Function literals, Monads, Lazy evaluation, Currying, and more
- Write concise and maintainable code with streams and high-order functions
- Understand the benefits of currying your Golang functions
- Learn the most effective design patterns for functional programming and learn when to apply each of them
- Build distributed MapReduce solutions using Go
Lex Sheehan begins slowly, using easy-to-understand illustrations and working Go code to teach core functional programming (FP) principles such as referential transparency, laziness, recursion, currying, and chaining continuations.
This book is a tutorial for programmers looking to learn FP and apply it to write better code. Lex guides readers from basic techniques to advanced topics in a logical, concise, and clear progression.
The book is divided into four modules. The first module explains the functional style of programming: pure functional programming, manipulating collections, and using higher-order functions. In the second module, you will learn design patterns that you can use to build FP-style applications. In the next module, you will learn FP techniques that you can use to improve your API signatures, increase performance, and build better cloud-native applications. The last module covers Category Theory, Functors, Monoids, Monads, Type classes and Generics.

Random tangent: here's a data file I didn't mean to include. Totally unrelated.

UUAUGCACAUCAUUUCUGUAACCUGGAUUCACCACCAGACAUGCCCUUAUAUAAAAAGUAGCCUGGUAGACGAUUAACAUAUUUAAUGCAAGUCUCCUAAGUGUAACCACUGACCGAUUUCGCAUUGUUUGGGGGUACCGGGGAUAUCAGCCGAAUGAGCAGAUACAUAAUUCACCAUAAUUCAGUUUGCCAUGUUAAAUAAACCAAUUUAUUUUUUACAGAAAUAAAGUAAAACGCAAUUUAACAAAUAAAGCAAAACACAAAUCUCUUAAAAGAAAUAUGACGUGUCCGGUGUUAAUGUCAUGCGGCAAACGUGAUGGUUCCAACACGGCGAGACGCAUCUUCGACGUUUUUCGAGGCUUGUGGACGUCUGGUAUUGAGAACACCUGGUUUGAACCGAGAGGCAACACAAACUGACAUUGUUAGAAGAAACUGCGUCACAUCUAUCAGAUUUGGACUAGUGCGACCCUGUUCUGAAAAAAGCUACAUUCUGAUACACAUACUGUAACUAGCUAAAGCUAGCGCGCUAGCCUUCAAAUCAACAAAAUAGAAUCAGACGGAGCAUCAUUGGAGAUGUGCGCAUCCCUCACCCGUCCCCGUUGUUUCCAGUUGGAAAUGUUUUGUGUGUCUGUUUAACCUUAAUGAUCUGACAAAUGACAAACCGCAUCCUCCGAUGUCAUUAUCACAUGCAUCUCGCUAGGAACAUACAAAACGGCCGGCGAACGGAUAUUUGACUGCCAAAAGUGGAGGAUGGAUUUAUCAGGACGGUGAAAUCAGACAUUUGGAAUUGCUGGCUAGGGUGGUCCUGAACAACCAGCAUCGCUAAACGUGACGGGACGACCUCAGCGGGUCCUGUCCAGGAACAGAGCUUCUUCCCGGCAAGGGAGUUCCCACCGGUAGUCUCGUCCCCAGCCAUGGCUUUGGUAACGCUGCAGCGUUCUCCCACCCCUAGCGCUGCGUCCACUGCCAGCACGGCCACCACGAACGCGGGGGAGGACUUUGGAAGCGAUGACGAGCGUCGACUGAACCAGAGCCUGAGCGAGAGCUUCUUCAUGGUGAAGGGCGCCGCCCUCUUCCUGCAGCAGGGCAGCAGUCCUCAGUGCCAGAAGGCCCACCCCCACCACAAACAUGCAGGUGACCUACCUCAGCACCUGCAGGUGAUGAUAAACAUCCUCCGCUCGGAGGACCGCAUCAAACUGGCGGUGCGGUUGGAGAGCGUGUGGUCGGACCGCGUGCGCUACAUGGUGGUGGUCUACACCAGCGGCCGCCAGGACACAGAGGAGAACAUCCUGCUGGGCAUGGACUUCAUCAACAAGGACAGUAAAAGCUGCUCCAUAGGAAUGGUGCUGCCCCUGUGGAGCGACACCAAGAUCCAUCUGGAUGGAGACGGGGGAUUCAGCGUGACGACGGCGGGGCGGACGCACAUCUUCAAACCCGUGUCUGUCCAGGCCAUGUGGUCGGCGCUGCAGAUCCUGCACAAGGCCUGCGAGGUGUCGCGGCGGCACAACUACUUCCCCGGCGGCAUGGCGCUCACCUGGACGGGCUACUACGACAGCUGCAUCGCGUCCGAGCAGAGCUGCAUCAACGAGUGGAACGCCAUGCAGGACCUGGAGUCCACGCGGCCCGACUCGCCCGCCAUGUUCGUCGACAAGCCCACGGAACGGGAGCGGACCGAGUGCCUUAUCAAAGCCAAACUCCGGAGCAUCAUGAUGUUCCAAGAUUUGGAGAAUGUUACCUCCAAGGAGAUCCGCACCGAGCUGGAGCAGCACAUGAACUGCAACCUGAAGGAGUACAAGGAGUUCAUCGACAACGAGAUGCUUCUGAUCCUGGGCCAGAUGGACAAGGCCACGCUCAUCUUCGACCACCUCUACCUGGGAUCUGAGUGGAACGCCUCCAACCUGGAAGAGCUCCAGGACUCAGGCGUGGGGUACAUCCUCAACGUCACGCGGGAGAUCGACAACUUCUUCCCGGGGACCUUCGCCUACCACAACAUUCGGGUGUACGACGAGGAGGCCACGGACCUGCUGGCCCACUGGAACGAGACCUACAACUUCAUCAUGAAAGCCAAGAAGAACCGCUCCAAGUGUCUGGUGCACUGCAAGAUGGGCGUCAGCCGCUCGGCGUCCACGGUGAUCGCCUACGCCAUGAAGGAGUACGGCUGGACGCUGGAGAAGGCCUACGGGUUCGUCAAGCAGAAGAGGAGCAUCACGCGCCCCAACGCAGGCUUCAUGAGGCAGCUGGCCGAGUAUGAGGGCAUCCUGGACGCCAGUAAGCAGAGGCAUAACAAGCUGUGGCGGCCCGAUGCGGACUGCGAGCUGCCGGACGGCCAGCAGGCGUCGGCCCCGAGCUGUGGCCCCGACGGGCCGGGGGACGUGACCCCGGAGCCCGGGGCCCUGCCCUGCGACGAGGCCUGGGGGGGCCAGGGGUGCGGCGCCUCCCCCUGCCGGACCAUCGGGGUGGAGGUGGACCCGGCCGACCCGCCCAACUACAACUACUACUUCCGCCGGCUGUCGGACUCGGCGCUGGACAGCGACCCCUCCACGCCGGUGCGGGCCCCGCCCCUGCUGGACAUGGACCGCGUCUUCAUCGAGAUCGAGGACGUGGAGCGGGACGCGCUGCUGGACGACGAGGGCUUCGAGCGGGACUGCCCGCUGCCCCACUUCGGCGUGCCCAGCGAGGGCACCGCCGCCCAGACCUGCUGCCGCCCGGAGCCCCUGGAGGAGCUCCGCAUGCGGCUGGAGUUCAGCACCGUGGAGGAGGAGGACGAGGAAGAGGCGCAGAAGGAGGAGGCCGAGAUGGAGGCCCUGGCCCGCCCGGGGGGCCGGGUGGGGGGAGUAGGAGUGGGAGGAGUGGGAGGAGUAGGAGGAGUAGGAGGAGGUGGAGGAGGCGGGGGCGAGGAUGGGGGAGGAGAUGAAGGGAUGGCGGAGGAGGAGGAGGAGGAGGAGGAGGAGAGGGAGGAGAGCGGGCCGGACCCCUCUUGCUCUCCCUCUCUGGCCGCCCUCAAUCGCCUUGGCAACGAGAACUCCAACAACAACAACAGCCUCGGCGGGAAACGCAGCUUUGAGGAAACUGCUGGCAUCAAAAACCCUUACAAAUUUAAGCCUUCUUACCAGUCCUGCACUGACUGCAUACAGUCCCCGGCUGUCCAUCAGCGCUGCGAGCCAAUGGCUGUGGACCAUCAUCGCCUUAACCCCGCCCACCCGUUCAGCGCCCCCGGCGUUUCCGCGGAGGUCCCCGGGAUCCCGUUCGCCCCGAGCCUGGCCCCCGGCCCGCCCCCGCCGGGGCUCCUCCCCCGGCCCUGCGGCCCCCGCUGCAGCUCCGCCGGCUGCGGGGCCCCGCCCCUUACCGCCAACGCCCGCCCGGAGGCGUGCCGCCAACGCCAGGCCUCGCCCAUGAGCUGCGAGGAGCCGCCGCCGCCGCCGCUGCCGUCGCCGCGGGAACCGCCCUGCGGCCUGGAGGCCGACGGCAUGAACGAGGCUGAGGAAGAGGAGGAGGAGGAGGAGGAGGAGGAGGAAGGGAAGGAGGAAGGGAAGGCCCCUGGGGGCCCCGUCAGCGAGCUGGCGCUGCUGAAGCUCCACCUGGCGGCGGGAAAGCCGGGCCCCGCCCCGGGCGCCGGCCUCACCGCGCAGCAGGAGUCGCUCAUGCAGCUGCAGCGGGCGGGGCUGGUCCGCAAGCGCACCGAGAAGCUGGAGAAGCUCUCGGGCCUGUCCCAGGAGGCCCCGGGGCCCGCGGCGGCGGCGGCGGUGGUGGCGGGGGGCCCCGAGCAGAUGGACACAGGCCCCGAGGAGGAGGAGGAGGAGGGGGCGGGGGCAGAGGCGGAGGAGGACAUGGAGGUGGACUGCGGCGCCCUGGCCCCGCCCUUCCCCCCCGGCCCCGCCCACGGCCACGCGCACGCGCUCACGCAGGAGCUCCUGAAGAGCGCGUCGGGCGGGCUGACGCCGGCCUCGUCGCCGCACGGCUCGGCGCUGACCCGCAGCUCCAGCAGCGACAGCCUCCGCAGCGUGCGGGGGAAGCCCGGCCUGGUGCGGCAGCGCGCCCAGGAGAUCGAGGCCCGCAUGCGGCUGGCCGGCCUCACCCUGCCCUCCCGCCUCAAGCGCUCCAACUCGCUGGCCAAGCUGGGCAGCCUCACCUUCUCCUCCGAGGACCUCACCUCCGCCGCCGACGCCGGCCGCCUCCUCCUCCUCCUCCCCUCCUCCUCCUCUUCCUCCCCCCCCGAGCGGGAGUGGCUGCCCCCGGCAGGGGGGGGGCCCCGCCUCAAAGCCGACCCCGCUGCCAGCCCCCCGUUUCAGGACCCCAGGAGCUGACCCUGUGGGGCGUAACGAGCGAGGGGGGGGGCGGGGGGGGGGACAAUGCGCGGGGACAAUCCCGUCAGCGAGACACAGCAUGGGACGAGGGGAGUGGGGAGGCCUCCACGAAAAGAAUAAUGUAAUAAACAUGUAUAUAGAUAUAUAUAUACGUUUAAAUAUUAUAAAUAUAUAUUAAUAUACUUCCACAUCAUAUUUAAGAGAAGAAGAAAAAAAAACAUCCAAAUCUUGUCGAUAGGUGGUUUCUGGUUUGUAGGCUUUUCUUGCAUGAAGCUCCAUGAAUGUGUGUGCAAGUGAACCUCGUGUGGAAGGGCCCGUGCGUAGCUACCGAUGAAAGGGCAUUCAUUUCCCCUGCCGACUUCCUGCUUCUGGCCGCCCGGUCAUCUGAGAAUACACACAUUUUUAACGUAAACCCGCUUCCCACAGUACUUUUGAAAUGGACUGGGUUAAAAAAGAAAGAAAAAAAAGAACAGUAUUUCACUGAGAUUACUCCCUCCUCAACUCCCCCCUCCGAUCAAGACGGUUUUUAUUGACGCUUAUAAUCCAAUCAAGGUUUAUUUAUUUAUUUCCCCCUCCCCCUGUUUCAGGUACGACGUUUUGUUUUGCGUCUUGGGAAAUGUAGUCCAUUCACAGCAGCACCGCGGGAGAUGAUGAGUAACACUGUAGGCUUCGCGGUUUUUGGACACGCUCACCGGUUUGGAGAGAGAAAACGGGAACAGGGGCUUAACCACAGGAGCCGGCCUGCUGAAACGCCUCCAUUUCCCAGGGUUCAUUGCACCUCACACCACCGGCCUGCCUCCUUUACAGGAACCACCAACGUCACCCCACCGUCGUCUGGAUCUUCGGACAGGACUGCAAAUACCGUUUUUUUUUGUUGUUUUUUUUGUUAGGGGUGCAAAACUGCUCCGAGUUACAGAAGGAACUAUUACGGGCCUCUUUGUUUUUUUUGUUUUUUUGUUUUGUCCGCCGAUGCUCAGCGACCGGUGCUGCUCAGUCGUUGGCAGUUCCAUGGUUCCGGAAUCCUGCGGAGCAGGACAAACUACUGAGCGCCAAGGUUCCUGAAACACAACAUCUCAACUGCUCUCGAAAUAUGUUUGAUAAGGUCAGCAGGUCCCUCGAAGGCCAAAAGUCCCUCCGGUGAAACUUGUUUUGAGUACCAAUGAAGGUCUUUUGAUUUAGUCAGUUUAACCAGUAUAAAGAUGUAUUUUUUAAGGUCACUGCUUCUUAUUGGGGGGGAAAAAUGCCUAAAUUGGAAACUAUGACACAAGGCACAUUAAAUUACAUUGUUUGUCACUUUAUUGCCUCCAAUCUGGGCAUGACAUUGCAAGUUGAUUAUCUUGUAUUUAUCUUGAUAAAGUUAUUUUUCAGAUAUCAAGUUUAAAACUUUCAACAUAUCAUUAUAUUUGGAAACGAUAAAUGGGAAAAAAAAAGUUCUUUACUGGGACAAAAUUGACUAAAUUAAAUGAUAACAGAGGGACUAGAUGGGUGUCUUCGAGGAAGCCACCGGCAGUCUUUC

By the end of the book, you will be adept at building applications the FP way.
What you will learn
- Learn how to compose reliable applications using high-order functions
- Explore techniques to eliminate side-effects using FP techniques such as currying
- Use first-class functions to implement pure functions
- Understand how to implement a lambda expression in Go
- Compose a working application using the decorator pattern
- Create faster programs using lazy evaluation
- Use Go concurrency constructs to compose a functionality pipeline
- Understand category theory and what it has to do with FP
Who This Book Is For
This book is for Golang developers comfortable with OOP and interested in learning how to apply the functional paradigm to create robust and testable apps. Prior programming experience with Go would be helpful, but not mandatory.